Security Industry Association asks FDA for further scrutiny of non-compliant temperature systems

The letter was written in collaboration with IPVM
Categories Biometrics News  |  Trade Notes
Security Industry Association asks FDA for further scrutiny of non-compliant temperature systems

The U.S. Security Industry Association (SIA) has sent a letter to the Food and Drug Administration (FDA) to prompt scrutiny of temperature systems used to mitigate the spread of the COVID-19 virus.

The document, which was written with the help of video surveillance experts IPVM, is dated 20 October and specifies how these non-compliant systems may potentially endanger public safety. IPVM has tested dozens of thermal cameras this year.

Addressing FDA Commissioner Stephen Hahn, SIA praises the organization guidelines released under the ‘Enforcement Policy for Telethermographic Systems During the Coronavirus Disease 2019 (COVID-19) Public Health Emergency.’

However, the letter also warns that SIA’s efforts have pinpointed a number of products released in the last few months that are endangering public safety.

These devices would do so by failing to satisfy requirements for the “basic safety and essential performance of screening thermographs for human febrile temperature screening.”

The SIA letter, signed by CEO Don Erickson, specifically mentions some features of these systems that go against the aforementioned safety requirements because of their incorrect marketing campaigns.

Namely, these systems would be able to scan multiple subjects at a time, as well as subjects wearing hats and glasses. Also, they would be able to scan subjects outdoors and with windows in the background.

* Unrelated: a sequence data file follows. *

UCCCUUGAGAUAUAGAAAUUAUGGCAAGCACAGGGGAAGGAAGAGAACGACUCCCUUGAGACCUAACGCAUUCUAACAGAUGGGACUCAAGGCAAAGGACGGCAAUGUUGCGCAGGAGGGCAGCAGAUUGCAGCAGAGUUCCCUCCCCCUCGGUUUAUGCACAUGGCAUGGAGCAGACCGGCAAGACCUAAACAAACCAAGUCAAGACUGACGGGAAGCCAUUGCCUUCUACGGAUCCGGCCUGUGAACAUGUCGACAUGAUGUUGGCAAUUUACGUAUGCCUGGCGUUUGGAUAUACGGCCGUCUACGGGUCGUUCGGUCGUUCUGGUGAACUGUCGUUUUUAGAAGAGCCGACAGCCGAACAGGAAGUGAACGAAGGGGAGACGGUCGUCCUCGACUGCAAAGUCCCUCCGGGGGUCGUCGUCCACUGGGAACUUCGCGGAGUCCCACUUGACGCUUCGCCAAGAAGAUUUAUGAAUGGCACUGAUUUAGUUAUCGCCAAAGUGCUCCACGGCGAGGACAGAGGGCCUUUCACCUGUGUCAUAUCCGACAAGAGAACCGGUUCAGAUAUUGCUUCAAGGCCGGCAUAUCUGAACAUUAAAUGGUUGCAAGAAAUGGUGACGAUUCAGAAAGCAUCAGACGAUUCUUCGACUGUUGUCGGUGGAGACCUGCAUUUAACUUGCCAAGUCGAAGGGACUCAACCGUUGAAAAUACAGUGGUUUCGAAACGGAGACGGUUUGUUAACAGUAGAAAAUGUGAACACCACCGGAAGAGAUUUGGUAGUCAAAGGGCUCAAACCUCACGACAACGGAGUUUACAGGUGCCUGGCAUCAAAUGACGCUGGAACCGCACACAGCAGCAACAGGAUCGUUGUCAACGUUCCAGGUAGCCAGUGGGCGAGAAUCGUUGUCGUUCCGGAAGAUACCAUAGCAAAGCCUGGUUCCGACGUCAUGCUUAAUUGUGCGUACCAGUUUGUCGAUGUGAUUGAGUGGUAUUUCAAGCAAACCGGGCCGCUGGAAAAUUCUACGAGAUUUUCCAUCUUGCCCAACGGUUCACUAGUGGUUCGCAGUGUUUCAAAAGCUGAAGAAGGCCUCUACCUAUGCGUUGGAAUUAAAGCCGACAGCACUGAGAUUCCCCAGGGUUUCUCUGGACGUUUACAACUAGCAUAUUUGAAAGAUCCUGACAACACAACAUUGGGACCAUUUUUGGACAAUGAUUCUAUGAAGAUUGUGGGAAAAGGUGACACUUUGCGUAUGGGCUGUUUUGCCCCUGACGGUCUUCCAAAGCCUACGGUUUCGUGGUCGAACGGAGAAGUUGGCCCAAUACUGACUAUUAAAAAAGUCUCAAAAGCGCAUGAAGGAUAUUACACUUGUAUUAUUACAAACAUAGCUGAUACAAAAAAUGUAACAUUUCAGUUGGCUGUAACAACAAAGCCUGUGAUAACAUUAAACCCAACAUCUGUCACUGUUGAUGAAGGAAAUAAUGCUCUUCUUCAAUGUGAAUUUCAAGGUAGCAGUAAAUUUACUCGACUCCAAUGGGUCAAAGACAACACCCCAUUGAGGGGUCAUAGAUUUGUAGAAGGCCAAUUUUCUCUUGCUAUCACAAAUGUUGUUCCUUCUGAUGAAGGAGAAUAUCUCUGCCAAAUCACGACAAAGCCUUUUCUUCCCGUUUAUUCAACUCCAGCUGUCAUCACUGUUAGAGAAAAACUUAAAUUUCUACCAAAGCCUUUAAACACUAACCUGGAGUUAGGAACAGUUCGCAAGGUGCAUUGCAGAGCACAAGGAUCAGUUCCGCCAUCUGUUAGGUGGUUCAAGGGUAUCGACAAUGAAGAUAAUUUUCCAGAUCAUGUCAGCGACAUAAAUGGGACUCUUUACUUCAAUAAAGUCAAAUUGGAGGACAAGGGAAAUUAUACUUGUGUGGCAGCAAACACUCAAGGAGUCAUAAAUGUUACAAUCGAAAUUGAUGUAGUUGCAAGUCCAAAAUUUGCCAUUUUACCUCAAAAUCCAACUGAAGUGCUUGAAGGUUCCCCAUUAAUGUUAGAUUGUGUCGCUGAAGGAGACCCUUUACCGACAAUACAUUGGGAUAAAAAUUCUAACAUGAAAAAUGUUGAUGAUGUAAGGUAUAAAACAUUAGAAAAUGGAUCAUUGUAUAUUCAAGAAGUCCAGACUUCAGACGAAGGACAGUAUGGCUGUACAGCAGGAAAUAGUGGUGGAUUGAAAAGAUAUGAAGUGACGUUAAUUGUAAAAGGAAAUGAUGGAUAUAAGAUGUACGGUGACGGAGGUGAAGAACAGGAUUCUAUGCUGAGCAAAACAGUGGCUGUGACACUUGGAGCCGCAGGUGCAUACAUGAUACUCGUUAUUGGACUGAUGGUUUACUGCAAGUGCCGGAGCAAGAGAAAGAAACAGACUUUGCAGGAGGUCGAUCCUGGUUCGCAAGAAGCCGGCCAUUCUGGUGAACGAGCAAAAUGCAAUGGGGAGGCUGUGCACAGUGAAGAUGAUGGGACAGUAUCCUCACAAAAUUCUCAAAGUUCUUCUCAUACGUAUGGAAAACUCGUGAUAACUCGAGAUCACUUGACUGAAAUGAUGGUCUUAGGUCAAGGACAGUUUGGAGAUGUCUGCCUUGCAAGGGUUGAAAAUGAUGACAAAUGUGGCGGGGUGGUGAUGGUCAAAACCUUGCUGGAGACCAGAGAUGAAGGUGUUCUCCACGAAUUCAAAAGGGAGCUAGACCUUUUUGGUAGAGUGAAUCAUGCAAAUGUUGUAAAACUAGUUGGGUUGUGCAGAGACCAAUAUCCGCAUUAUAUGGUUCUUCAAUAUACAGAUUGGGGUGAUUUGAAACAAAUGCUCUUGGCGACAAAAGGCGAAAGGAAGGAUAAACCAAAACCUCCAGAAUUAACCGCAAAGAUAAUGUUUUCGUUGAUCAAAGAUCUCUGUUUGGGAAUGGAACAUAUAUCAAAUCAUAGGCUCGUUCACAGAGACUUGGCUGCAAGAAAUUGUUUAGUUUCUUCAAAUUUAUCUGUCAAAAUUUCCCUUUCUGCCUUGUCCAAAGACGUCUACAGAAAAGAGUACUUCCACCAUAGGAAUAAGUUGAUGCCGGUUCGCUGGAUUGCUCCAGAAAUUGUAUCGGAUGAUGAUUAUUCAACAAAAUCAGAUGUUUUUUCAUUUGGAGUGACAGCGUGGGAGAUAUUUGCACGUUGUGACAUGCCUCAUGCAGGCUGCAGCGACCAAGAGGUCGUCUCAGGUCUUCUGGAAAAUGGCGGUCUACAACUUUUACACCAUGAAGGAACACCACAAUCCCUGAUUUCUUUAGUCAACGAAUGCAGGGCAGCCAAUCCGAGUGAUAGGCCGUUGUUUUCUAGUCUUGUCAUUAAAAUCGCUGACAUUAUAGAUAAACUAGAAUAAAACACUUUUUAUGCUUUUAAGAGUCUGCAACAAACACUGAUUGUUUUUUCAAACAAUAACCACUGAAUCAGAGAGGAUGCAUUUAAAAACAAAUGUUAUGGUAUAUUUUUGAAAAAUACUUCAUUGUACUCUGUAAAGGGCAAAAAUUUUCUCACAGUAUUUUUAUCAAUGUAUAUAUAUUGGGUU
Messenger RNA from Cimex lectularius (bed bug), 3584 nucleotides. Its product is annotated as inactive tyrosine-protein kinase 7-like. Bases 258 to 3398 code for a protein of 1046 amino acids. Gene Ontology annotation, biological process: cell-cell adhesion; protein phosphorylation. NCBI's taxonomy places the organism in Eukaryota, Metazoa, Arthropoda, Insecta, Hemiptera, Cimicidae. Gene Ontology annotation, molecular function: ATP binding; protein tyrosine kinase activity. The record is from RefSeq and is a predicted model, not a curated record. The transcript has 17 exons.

SIA then claimed these systems not to support such features, which can consequently pose a danger for people using them, believing to be safe from the spread of the virus, when in reality they are exposing themselves to potentially dangerous scenarios.

In the absence of guidelines or standards supporting these claims, SIA believes the use of these solutions could not only lead to a false sense of public safety but ultimately also negatively affects makers, resellers, and users.

Erickson ends his letter by offering FDA additional support, in order to “educate end- customers of these systems by highlighting these guidelines as a whole and particulars within the standards that they reference.”

It’s not the first time SIA warns the public about the dangers of unregulated biometric technologies.

At the end of 2019, the Association released its 2020 Security Megatrends report, where it analyzed the impact of cybersecurity on physical security, AI, facial recognition, data privacy, and more.

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